Meditation Begets Spiritual Wellness

Almost all books on spiritual development, psychological and now physical self-help and wellness, include some discussion of meditation. This ancient art has re-emerged for our ‘new era,’ its benefits widely recognized. Paramahansa Yogananda describes meditation as, “ . . . the most practical science in the world. Most people would want to meditate if they understood its value and experienced its beneficial effects.” Mind-body techniques are making inroads even into the corporate studies, which suggest strong links between mental attitudes and physical health.

The reasoning behind this practice is simple but potent—as revolutionary as the yeast in three measures of flour by the woman in Matthew 13:33. If we devote a few minutes daily attuning to God’s word, we can change. Note the word “can.” As we change, so does the world. Nothing dramatic is needed, just the daily smoothing of the sharp edges of selfishness and ego.

Ideas that emerge, new perceptions, emotional and mystical experiences, sensory responses—all are incidental phenomena.
Then an attitude forms within us that permeates our reality, so we may strive to live in high consciousness daily. In the beginning, we may comprehend intellectually little of what happens, but we can experience now and find explanations later. We realize we become enriched, uplifted, and blessed by spiritual experiences, even after years of personal practice. Awe-inspiring wisdom remains lightly veiled until we are ready.

As we prepare for this intimate journey, we start with fundamentals. Our attitude toward meditation is vital. We must eliminate thoughts of success or failure and allow a variation in what we encounter and feel from day to day. Ideas that emerge, new perceptions, emotional and mystical experiences, sensory responses—all are incidental phenomena. Their occurrence, or lack of occurrence, is not as important as engaging in the continuing process. Our experiences fluctuate in intensity according to how we feel, our physical energy, and demands on our time. “Doing” is all the success we need. I often say, “Just put yourself in posture.” Whatever we experience at the time is enough.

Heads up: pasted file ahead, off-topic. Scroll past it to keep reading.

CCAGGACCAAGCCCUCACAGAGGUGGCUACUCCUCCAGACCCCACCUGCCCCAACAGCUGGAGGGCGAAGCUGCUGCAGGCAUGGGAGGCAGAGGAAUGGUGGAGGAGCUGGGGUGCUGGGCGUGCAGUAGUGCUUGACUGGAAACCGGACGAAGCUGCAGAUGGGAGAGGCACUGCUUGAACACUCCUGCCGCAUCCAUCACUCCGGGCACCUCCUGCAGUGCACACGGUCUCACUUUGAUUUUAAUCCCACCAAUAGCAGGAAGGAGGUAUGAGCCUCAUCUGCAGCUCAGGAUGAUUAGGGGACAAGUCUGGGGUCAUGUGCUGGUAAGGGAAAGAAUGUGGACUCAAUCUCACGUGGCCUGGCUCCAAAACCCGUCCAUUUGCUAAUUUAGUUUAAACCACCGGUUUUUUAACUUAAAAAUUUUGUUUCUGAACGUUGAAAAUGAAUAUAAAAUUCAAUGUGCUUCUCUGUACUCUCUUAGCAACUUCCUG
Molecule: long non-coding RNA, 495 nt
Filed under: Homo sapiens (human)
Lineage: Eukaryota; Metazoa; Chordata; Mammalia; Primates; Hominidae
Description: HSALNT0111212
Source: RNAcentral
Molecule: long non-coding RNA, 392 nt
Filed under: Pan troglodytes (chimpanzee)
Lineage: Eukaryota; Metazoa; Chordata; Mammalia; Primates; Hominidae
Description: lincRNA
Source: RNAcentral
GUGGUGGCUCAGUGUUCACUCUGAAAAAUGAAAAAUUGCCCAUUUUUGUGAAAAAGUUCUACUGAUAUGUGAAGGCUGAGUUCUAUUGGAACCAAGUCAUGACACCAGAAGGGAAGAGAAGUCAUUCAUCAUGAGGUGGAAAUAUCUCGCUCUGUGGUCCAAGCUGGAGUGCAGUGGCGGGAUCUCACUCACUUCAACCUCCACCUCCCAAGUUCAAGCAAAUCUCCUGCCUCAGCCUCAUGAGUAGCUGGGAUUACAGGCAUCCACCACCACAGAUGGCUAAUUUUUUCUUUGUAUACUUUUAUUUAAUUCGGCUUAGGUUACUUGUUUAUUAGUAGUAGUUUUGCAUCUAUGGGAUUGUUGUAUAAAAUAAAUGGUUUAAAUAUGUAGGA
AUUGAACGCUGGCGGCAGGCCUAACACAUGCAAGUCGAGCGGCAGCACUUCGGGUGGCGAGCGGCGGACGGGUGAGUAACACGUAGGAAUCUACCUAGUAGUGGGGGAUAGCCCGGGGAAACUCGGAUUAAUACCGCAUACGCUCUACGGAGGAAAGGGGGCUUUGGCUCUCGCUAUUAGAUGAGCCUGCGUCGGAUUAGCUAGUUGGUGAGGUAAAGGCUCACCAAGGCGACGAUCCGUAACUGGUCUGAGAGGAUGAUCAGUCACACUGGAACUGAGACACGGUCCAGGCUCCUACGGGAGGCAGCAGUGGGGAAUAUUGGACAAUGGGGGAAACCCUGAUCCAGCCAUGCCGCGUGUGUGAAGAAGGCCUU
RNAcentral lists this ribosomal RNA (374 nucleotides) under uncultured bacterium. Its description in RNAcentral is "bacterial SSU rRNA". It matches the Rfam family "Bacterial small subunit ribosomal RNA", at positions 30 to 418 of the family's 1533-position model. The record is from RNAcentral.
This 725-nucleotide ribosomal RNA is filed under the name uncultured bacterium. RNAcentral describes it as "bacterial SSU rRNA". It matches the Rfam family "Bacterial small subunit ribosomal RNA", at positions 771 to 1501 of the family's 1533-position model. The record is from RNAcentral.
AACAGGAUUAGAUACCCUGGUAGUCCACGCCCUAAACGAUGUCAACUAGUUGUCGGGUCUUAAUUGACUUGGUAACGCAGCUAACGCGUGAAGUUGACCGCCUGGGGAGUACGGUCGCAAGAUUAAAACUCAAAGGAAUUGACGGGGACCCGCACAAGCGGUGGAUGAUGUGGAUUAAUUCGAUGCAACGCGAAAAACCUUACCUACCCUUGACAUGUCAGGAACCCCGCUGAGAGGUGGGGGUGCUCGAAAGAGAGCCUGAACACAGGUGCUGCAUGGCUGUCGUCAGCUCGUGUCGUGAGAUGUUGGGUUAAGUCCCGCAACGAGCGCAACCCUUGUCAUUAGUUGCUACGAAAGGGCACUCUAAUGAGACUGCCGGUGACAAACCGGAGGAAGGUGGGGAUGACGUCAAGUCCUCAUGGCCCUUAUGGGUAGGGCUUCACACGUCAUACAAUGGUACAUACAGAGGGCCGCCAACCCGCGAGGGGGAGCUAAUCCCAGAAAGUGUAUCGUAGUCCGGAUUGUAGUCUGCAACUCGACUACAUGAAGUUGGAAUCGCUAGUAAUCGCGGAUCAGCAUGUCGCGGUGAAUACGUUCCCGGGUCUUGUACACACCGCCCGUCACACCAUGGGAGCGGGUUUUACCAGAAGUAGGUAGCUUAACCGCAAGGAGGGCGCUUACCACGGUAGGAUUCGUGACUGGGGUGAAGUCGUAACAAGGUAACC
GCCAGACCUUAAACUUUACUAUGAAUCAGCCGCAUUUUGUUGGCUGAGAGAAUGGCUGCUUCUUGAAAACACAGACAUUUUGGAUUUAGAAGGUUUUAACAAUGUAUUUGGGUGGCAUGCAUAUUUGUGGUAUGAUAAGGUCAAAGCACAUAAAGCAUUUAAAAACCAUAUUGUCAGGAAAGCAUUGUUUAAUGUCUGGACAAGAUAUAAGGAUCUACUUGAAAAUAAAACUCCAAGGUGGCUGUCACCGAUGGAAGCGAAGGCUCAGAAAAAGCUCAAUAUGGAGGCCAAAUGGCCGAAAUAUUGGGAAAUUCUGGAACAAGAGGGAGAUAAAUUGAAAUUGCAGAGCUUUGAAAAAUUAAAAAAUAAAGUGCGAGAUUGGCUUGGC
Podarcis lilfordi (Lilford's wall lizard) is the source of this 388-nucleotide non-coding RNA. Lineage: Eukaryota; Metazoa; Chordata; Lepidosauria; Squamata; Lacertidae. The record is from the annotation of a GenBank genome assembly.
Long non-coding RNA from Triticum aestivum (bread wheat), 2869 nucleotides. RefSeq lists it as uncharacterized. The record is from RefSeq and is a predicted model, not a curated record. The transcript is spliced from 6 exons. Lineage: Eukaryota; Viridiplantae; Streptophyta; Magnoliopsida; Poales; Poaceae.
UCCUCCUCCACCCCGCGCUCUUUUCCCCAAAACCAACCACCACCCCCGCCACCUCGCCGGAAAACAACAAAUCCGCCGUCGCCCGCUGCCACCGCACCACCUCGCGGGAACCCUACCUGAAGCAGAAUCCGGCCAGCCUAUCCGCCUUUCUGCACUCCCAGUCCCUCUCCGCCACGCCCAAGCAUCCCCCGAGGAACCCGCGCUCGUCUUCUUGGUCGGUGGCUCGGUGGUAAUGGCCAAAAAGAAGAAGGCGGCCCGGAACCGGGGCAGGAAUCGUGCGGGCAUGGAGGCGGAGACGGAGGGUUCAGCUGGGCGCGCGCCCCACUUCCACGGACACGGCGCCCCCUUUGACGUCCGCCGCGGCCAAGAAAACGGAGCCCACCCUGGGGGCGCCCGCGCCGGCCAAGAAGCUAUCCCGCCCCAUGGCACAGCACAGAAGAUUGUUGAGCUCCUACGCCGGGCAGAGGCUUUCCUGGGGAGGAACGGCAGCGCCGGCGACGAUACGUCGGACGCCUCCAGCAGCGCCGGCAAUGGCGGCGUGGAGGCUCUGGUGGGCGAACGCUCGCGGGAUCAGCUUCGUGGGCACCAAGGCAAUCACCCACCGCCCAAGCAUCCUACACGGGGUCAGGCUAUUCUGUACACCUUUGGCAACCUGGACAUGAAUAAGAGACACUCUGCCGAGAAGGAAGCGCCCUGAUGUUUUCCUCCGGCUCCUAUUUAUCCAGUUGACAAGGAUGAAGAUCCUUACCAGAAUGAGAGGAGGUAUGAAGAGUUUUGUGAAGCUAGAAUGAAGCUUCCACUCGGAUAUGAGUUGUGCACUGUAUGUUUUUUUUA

A great challenge to the practice of meditation is that we must dedicate valuable time to it. A second challenge is that it looks as though we are not doing anything. We think of our chores and falsely believe we cannot “just sit here.” We much believe we are, in fact, doing something. The effects of meditation are real—just out of sight. Consistent practice depends upon our knowing it has value and that it is accomplishing something.

As we change, so does the world.
Find an area to call your own, and dedicate it to your spiritual work. Be comfortable enough to sit for 15 to 30 minutes in a chair, on a bench, or in the lotus position. Sit straight rather than leaning back. Good posture is basic for deep relaxation. Allow yourself to become an antenna, vibrant with energy. We want to attune the physical body to be receptive to the energy we contact. Feel the altered state begin. This is a gradual process—allow it to happen.

Be prepared for resistance from the physical body. It is accustomed to the conscious mind constantly trying to fulfill its needs. Every part will itch, hurt or need to wiggle. We must handle the body gently and patiently, as though dealing with a young child, perhaps directing a few words or thoughts to the body to help it adjust. If you are accustomed to sitting quietly, the body will usually have less difficulty.

For many, it is the mind that revolts and will not be still. Repeated calming work teaches ego it is safe to rest, to trust, to learn, or, as we hear so often today, to “go with the flow.”

The effects of meditation are real—just out of sight.
Learning to be centered then involves calming the active side of the self and becoming increasingly sensitive to the subtle self, whom we may never have met. Passive in nature, this quiet self awaits until invoked. Allow the sense of soul energy—love in its truest sense, Lots of Vital Energy—to flow into the personality, clearing and cleansing, that personality might be molded to its soul purpose.

As the inflow of energy blesses the personality, it reaches every level of our nature. The body is touched by the energy—centering, aligning, and healing. We bless the body, directing healing energy to wherever the need may be. Allow the love you contact to permeate your body. See it as light moving from cell to cell, from organ to organ and system to system. Bless your body, and thank it for the service it gives.

Adopt and use a closing gesture—perhaps bringing your palms together, a slight bow of respect, and closing word: Shanti, Shalom, Amen, or another word of your choice. Feeling refreshed by your inner contact, celebrate the joy of peace and high consciousness.
Excerpted from Volume 1, Adventure in Meditation—Spirituality for the 21st Century

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